The Impotent Liberal III: The Only Possibility is Nothing, Composing, 22/12/2016

This is a Composing post. An extremely Composing post if you know what I mean.

So the previous post was very rooted in real-world concerns – trying to understand what tendencies in the liberal conception of how to do politics made it vulnerable to fascism.

A perennial topic in political philosophy since about 1945. It’s waxed and waned in and out of prominence over the decades. But somebody was always thinking about it. Hannah Arendt did, for example. Now Arendt scholars and more original thinkers she’s influenced think about it too.

No, I can't think of any reasons in contemporary politics why we should
be worried about liberalism's weaknesses in the face of reactionary
authoritarian movements. Why do you ask?
Ernesto Laclau and Chantal Mouffe think about it from time to time in Hegemony and Socialist Strategy. Reading that book over the past little while encouraged me to think about it. There seem to be some pretty big reasons for thinking about it in politics today.

Yet despite its weaknesses, the liberal idea expresses a pure and profound drive among humanity to be free. How we live out our desires for freedom may change over the generations. But the desire can’t be restrained – if it ever really was in the first place.

And on an individual level, that’s the problem with desire. Desire has no necessary ending point – just contingent, often reactive, developments. It keeps chugging along, fuelling activity until something cuts it off.

Some other demand or desire gets in the way, or its own activity starts to change the world so that it becomes more difficult, or outright impossible. With the desires that constitute societies from individual actions, it’s usually other people that block or shut down our desires.

Political activity is the management of all the desires of everyone in a community for constructive ends. Maybe that community is simply a family, maybe it’s a country of millions, or a planet of billions. People jockey for power, respect, and happiness. No matter the scale, this is human life.

Politics at a family level rarely gets out of control. Even when it does, it’s usually only people in the families themselves who are hurt or killed. Same with small communities and small concerns. Scale this up to a planetary level and you’re potentially dealing with nuclear war and totalitarianism.

This year's American Presidential campaign
saw genuinely powerful appeals to a utopian
vision for freedom. Yet those to whom those
visions don't appeal often misunderstand
them. Pictured here is what
conservatives believe is the average Bernie
Sanders supporter.
Totalitarianism and oppression are major problems with any kind of utopianism. It’s the single vision and direction, imposed on a whole society through state control. Forcing a utopia on the world always has that result.

Yet our utopianism is bound up in our desires for freedom – we conceive of our utopias as the perfect society. A union of the cities of the divine and the mortal. The messiah complex in all of humanity. The positive programs of any utopian vision turned into a political program and state policy is a single prescription for freedom – the society where we will all be free.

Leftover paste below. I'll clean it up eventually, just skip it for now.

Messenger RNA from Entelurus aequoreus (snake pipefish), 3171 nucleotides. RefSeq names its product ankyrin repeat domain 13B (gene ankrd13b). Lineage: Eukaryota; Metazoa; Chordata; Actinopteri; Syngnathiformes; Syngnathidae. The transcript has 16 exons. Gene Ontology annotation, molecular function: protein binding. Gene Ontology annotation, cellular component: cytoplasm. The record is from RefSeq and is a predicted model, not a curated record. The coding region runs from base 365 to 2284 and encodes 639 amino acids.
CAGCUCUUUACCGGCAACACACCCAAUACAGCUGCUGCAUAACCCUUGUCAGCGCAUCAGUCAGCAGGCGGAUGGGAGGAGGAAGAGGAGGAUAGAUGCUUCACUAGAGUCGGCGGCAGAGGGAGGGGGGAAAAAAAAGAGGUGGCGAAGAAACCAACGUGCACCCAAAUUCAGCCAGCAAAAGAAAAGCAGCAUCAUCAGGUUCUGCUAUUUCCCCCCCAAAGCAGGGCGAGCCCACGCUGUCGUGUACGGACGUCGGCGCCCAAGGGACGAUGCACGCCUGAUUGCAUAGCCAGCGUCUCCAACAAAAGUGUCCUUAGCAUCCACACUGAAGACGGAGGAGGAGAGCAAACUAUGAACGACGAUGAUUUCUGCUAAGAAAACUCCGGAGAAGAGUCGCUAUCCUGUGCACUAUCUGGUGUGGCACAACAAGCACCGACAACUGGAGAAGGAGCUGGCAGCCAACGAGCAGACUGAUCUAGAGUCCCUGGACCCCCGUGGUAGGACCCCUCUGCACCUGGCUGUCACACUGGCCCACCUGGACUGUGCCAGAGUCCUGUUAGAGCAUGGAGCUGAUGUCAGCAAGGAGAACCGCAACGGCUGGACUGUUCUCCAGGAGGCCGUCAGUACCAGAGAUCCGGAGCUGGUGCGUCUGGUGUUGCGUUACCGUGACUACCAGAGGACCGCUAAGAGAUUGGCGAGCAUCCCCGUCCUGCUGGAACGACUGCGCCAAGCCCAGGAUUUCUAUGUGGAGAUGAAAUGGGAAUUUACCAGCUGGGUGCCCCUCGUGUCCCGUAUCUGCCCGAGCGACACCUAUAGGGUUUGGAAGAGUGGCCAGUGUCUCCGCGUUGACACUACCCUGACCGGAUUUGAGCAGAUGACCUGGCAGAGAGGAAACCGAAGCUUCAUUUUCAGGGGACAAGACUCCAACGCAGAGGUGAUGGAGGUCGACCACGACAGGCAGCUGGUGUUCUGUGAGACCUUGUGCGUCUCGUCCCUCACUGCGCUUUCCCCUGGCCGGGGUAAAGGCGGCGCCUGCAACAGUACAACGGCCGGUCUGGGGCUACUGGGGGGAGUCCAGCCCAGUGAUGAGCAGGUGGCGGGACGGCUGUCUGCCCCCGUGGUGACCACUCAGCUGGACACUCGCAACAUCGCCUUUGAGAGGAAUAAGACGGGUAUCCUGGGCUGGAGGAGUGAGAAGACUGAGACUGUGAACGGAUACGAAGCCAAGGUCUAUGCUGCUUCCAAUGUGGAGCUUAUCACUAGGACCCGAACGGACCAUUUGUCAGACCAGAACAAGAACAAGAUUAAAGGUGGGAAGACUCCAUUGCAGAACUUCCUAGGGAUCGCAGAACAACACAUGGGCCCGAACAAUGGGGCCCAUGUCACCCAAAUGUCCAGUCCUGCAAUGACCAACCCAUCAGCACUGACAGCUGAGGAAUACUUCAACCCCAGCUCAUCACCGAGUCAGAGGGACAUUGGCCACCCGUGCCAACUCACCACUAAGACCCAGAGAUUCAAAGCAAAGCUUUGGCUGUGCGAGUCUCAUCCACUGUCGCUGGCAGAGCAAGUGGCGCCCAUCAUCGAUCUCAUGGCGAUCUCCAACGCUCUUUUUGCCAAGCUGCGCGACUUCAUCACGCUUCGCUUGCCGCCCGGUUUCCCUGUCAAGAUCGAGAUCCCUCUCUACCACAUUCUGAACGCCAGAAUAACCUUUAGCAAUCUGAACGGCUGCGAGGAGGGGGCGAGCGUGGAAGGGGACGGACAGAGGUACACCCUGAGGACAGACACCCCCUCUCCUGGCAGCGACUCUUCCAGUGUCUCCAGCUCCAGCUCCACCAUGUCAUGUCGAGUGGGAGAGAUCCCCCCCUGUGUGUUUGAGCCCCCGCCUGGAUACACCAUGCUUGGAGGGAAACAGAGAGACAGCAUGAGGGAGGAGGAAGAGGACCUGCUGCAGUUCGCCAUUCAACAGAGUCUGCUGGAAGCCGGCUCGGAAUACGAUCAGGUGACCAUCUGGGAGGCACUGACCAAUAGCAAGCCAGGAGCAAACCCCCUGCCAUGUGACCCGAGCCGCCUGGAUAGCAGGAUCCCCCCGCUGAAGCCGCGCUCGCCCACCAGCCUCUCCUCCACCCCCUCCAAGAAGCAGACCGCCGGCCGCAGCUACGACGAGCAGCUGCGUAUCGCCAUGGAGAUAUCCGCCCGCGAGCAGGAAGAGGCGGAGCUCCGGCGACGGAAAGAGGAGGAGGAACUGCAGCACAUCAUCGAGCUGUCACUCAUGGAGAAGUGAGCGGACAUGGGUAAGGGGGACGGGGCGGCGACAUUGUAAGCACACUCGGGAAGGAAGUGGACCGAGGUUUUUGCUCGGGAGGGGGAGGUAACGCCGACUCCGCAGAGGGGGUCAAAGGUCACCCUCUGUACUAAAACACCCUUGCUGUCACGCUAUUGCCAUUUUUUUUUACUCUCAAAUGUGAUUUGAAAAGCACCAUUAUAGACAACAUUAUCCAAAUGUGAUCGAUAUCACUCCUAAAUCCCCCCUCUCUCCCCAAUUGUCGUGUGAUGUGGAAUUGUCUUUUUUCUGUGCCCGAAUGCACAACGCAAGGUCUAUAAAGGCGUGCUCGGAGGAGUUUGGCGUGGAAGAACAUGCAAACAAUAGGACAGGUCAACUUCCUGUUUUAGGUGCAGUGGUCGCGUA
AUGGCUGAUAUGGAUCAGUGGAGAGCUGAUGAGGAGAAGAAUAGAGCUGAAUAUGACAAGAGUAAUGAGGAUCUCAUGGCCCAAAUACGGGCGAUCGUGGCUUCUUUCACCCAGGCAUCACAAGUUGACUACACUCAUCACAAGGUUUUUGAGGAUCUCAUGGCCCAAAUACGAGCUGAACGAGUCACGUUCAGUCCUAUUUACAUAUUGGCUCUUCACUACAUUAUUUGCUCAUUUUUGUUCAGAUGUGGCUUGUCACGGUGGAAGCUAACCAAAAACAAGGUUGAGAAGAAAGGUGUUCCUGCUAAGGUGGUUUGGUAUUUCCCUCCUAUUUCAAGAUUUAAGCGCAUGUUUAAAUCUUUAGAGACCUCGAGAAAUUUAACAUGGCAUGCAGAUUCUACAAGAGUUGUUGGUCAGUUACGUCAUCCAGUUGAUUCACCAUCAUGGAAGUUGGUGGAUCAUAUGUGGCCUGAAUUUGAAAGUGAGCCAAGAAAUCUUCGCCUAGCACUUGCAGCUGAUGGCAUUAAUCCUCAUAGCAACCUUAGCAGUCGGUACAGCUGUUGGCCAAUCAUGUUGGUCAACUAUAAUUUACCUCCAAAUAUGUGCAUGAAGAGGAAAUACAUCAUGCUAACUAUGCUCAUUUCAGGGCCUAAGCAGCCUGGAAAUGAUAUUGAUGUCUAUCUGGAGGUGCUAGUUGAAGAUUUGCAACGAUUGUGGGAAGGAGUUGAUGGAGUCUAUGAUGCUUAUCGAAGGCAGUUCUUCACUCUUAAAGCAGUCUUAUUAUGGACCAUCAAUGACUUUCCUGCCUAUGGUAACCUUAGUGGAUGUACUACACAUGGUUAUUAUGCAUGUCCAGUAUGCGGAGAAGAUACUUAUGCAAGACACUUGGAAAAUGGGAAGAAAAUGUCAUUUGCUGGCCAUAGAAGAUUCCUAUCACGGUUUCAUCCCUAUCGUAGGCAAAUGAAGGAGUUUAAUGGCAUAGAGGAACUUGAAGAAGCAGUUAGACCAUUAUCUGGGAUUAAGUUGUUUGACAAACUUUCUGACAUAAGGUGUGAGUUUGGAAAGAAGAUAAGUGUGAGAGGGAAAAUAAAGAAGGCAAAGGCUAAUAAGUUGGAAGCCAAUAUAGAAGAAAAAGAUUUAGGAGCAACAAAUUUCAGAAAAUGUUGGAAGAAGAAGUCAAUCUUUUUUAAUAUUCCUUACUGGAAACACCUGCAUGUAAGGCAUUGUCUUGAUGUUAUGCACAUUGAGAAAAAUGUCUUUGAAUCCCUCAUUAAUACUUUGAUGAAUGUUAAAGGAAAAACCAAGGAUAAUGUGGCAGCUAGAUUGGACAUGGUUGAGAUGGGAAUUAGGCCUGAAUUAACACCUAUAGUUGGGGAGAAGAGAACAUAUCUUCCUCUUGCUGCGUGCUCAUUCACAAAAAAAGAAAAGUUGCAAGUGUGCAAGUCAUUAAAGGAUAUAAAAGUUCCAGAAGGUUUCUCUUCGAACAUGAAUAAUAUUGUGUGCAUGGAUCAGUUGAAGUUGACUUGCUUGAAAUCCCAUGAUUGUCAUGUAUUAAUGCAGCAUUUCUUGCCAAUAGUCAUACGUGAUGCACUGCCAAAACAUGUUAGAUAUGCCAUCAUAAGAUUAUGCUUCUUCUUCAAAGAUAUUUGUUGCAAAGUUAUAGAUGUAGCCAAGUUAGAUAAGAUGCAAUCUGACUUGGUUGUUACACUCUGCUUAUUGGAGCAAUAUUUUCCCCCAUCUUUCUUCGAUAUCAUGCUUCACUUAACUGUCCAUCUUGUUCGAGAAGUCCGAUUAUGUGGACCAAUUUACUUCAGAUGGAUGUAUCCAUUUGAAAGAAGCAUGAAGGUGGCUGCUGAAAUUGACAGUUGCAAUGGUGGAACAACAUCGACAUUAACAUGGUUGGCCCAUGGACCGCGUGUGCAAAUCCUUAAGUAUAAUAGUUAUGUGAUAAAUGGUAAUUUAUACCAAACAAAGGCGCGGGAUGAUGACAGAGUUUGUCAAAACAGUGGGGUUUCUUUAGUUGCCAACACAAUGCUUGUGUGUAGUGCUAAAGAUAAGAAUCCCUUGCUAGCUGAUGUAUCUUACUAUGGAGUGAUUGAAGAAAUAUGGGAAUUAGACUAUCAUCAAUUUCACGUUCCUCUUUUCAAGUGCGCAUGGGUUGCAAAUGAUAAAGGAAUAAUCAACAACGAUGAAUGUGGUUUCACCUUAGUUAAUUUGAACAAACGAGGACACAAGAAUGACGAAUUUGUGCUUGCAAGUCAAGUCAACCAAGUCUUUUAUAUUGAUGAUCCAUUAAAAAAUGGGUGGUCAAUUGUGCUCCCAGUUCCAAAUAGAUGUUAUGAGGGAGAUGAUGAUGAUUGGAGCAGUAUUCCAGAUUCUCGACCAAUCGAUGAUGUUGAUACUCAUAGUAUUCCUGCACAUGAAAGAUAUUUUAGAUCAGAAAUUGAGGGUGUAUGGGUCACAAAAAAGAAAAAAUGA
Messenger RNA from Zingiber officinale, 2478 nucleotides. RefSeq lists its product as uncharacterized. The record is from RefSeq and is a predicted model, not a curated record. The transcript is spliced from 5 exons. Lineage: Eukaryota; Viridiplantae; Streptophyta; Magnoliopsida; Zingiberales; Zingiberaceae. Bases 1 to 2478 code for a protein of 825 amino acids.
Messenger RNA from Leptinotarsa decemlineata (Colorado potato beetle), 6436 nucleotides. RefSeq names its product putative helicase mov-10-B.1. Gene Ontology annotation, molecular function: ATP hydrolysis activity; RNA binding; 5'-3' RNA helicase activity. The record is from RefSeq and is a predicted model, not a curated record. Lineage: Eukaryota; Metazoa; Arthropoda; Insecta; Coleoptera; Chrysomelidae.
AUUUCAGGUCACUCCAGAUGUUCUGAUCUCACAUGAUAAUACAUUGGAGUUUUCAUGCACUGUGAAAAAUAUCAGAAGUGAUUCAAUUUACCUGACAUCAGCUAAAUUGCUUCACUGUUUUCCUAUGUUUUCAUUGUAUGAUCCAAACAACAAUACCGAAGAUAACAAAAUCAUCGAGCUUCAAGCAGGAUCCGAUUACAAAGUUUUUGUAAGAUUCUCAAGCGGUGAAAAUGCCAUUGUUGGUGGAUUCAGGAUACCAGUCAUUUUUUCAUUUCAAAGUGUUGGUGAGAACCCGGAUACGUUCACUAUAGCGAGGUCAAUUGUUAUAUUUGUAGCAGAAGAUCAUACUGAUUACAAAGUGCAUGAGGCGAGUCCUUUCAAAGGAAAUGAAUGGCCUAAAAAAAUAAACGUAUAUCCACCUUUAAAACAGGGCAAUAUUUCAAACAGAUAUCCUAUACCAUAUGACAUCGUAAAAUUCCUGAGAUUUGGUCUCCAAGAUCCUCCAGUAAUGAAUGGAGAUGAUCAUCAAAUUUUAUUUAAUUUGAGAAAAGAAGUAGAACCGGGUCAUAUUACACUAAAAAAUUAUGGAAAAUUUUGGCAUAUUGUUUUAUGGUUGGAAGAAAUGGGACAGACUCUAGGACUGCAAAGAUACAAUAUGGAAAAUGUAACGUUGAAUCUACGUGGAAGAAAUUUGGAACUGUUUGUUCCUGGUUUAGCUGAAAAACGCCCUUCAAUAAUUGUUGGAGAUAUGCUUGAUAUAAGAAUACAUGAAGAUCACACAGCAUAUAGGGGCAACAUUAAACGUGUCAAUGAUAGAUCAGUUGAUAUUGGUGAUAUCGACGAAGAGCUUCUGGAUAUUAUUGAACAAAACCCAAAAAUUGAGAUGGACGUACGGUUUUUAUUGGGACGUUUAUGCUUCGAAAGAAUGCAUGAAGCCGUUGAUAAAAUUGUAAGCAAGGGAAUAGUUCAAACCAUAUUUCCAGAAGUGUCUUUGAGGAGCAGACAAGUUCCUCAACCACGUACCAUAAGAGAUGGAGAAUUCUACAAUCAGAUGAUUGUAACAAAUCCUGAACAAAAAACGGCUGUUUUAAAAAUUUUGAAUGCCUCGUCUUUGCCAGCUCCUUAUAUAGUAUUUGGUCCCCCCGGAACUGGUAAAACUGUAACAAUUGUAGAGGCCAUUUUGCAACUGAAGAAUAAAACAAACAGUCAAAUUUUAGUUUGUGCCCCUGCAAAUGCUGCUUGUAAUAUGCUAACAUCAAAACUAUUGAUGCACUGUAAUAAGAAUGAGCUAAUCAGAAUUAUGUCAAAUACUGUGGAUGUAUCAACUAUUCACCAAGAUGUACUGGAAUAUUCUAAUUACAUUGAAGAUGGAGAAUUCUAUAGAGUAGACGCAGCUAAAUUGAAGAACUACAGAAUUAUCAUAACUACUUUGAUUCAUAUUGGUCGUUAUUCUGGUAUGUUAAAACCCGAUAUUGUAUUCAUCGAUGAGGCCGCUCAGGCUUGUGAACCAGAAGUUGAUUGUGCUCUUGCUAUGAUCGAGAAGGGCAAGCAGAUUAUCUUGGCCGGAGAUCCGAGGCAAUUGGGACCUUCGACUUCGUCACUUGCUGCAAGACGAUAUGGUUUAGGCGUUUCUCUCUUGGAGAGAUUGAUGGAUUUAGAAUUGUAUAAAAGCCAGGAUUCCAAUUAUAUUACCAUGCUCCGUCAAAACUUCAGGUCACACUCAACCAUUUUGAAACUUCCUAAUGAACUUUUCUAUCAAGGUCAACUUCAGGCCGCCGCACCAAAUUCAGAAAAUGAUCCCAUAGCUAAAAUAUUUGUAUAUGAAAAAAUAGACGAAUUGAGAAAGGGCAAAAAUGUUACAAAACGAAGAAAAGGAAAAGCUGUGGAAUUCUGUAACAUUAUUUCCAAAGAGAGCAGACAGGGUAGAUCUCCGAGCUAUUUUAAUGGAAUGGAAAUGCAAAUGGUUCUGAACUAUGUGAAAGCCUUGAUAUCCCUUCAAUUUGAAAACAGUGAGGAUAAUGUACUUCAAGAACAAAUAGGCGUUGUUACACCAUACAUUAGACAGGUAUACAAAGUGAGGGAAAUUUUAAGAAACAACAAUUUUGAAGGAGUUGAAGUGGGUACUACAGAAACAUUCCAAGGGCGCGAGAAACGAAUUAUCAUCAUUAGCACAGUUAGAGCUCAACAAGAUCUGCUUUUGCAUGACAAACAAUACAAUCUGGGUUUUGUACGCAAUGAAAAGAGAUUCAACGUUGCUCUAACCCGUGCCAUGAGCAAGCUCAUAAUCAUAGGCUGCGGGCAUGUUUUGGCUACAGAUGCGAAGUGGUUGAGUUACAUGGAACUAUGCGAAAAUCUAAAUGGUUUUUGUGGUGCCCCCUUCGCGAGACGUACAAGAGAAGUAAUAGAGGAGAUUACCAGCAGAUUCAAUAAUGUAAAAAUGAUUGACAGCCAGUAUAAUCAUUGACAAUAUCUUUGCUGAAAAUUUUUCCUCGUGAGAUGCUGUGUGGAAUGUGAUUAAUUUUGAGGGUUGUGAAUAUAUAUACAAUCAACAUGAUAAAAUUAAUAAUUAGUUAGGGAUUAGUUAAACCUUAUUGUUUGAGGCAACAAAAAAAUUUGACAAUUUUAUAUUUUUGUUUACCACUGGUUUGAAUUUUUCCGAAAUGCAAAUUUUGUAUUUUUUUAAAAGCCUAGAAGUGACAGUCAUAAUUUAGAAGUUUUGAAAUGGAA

But that freedom is false, because totalitarian imposition imposes a single vision of freedom on society. And humanity is a complexifying creature. We always make things more complicated for our society because we’re always drifting toward creating new ways to live, new priorities, new identities, new desires.

This is how reading Laclau and Mouffe got me thinking through this problem. They critique traditional marxism for its premise that industrial advancement will simplify society into two antagonistic classes. But the continuing development of industry and technology actually encourages people to become more complex.

We develop new identities – or become more conscious of desires that have always been part of our society, see how they’re typically suppressed, and bring them out into the light to celebrate their difference.

Cultures merge, new sexualities and genders develop. New social classes and communities develop from new professions and work cultures.

Using the state (or any kind of military-police institution) to impose a single vision of the free society on a whole community of people is the most blatant and horrible oppression imaginable.

So is it even possible to think in utopian terms about politics? To imagine some setup for society that would maximally free us as well as be peaceful?

I think the liberal idea is actually best suited for this task. Because the utopia of a liberal isn’t strictly negative – like a radical libertarian’s reactive, paranoid guard against state activity or control. And it isn’t positive either – like the white nationalist’s dream of a uniform ethno-state.

Liberal philosophy contains the only utopia worth having. A utopia that has no content. Nothing to impose. Nothing to oppress on people. Just the freedom of space itself.

You might be asking: What the fuck does that mean? Well, . . . To Be Continued

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